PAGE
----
Starboard stock

The starboard side rudder stock and tiller arm, with intact connection between the two

Port stock broken

Port-side rudder stock and tiller arm, before repairs

Port stock repaired

And after repairs. We had to remove the angle sensor and the connecting rod between the two tillers to do our thing. Afterwards, of course, we reinstalled the rod. With the tiller arm swinging back and forth in the swell with some force, this all took some care and patience

As you can imagine, we felt pretty proud of ourselves at this point and were confident we had solved our most important problem. Unfortunately, after we started up our one engine to see if we could steer, the boat still would only drive in circles, to port, no matter what we did with the wheel.

So now it was time to visually inspect the rudders to see what the hell was really going on down there. Gunther insisted he should be the one to go into the water to do this and soon reported that the starboard rudder blade was just spinning in place around its stock and that the port rudder blade was bent inward toward the boat’s centerline at a very large angle.

Getting wet

Gunther goes for a swim

In retrospect, it is hard to imagine how all this might have happened. I think it is likely that most cats would have suffered some sort of steering or rudder damage from the hit we took, but our damage seemed bizarre. Securing the tiller arms to the rudder stocks with small set screws may not be a good practice, but in this case those screws should have acted as sacrificial fuses. Confronted with the huge force of the wave stopping the boat and thrusting it backwards, you’d think the screws would break off, leaving the stocks to rotate freely so the rudder blades would be saved. Instead the starboard set screw held and the welds securing the frame armature inside the rudder to the stock had apparently failed. Meanwhile, the port set screw had failed, yet the frame somehow bent anyway.

Thinking we might still be able to steer the boat with its engines if we had both of them running, we next spent some time examining the port engine to see if we could get it started. This emitted a burning odor whenever we lit up the ignition, and we soon figured out that the starter had shorted out.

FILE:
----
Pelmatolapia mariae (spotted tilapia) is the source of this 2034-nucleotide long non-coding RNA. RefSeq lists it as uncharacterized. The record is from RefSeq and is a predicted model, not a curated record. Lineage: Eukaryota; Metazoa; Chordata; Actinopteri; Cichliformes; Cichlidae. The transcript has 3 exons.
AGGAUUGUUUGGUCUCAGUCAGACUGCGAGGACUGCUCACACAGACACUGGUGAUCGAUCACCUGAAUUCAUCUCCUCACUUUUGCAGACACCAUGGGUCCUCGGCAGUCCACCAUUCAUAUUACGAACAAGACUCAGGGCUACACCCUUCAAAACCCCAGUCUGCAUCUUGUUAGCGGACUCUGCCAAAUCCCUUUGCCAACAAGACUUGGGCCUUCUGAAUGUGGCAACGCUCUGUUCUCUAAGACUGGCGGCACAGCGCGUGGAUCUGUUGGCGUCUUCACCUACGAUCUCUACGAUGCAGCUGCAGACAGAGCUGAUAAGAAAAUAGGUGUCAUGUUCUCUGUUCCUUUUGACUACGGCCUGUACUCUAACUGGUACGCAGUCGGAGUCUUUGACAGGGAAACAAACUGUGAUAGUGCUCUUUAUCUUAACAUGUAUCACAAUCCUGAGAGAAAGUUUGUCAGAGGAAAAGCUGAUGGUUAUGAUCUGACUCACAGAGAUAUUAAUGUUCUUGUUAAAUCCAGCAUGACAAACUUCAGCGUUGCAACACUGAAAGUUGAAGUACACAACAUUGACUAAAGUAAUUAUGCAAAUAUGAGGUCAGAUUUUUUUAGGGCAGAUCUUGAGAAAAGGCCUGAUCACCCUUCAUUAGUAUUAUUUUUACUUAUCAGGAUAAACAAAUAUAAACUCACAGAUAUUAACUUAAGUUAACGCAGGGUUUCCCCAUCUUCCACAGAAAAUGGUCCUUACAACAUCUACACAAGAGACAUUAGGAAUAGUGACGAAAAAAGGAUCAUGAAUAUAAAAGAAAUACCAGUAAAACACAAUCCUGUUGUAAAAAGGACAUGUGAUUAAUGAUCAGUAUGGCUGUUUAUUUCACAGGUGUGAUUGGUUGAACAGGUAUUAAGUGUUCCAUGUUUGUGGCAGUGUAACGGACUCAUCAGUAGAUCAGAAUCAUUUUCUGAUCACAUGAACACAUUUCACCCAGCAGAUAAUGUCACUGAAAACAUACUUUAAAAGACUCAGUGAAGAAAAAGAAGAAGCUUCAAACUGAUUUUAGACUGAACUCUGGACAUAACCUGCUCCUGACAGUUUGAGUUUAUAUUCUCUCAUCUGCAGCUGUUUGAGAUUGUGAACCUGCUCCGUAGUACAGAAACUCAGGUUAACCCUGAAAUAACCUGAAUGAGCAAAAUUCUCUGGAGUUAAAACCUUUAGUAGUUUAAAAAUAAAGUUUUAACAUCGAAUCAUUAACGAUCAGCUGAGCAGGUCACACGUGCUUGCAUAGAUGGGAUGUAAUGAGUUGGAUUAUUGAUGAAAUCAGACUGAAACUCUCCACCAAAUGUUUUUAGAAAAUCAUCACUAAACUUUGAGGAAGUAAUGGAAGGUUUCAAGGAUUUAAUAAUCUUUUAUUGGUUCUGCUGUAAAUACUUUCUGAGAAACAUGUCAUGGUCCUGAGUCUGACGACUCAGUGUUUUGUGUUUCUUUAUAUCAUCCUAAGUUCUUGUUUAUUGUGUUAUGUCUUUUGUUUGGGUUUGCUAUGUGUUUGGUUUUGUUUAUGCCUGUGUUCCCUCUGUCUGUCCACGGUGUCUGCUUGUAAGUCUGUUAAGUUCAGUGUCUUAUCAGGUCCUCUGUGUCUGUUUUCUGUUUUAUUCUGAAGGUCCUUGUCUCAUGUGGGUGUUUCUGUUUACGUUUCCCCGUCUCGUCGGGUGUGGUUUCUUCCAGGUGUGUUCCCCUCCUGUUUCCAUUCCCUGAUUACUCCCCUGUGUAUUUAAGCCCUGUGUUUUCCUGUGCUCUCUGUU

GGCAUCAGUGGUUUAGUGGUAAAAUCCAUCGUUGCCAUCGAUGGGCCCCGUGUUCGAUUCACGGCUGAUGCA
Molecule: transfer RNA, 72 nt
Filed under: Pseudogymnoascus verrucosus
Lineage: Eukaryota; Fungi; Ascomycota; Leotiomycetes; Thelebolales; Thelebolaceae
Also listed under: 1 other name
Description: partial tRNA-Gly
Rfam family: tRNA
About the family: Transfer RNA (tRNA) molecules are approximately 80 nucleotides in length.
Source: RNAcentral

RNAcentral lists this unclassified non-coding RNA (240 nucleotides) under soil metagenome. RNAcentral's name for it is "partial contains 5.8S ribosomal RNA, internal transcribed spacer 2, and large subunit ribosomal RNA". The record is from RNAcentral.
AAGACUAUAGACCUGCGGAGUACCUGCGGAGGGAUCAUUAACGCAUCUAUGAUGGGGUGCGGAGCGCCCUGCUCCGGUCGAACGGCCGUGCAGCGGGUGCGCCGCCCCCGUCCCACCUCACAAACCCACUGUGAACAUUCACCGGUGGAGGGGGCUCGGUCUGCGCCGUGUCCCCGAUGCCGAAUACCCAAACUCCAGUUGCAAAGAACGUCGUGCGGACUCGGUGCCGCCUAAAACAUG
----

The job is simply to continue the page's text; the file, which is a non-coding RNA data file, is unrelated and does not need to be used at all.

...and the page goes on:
Unwilling to admit defeat, we thought we might have better luck sailing the boat now that we understood exactly what was wrong with the rudders. We were also now willing to raise the mainsail again in the much calmer conditions. So up went the main, and we tried every possible combination we could think of, playing the sails against each other and the bent rudder, playing the engine against the rudder in both forward and reverse, but no matter what we tried the essential dynamic remained the same: with no sails up the starboard engine ruled, and the boat just turned to port; with sails up and drawing, in whatever configuration, the bent rudder ruled and the boat would only turn to starboard.

We were now about 300 miles from anywhere, equidistant from Bermuda, the Chesapeake, and New York, and reluctantly concluded that we weren’t going to be able to get the boat to shore without outside assistance. We discussed the prospect of organizing a tow at some length and called Alpha Yachts by sat-phone to see if they could arrange something. Hank, an eternal optimist, thought this was a real possibility, but I was more skeptical. Thinking out how it might proceed, we realized that, even if we could get an appropriate vessel to come to us, it would take days before we could rendezvous. The tow would then have to proceed quite slowly, at say 3 knots at most, due to the bent rudder. Meanwhile, there would be a continuing barrage of routine winter gales, and during each of these–we figured one or two at least–the tow would have to be dropped and the boats would have to lie ahull separately, waiting for the wind and seas to subside again before proceeding onward.

Finally, after listening to us bat this around for a while, Gunther reluctantly decided the only really viable option was to abandon the boat. He placed a sat-phone call to the Coast Guard in the late afternoon, and the evacuation wheels started grinding.

We assumed, of course, that we would be taken off by an AMVER vessel, as normally happens during evacuations far from shore. Hank had the audacity to suggest that we request a westbound vessel, so that we would arrive somewhere in the U.S. rather than in Europe, and the Coast Guard, to my surprise, readily assented to this, telling us that we could have a westbound ship pick us up at 0800 hrs the following morning. They also gave us a weather forecast: the wind that night would increase to 25 knots, hold at that strength through daylight hours on Tuesday, then increase to 35 knots with gusts to over 40 during Tuesday night.

Having made our arrangements, we treated ourselves to a little pre-abandonment party shortly after sunset, broke our dry-ship rule, and opened up some fine red wine. The mood was subdued, but upbeat. Gunther and Doris, in spite of the bitter disappointment of having to give up this boat they’d been looking forward to taking possession of for two years, were very philosophical about their situation, were very grateful no lives were at stake, and together we all laughed about the problems we’d confronted during our passage.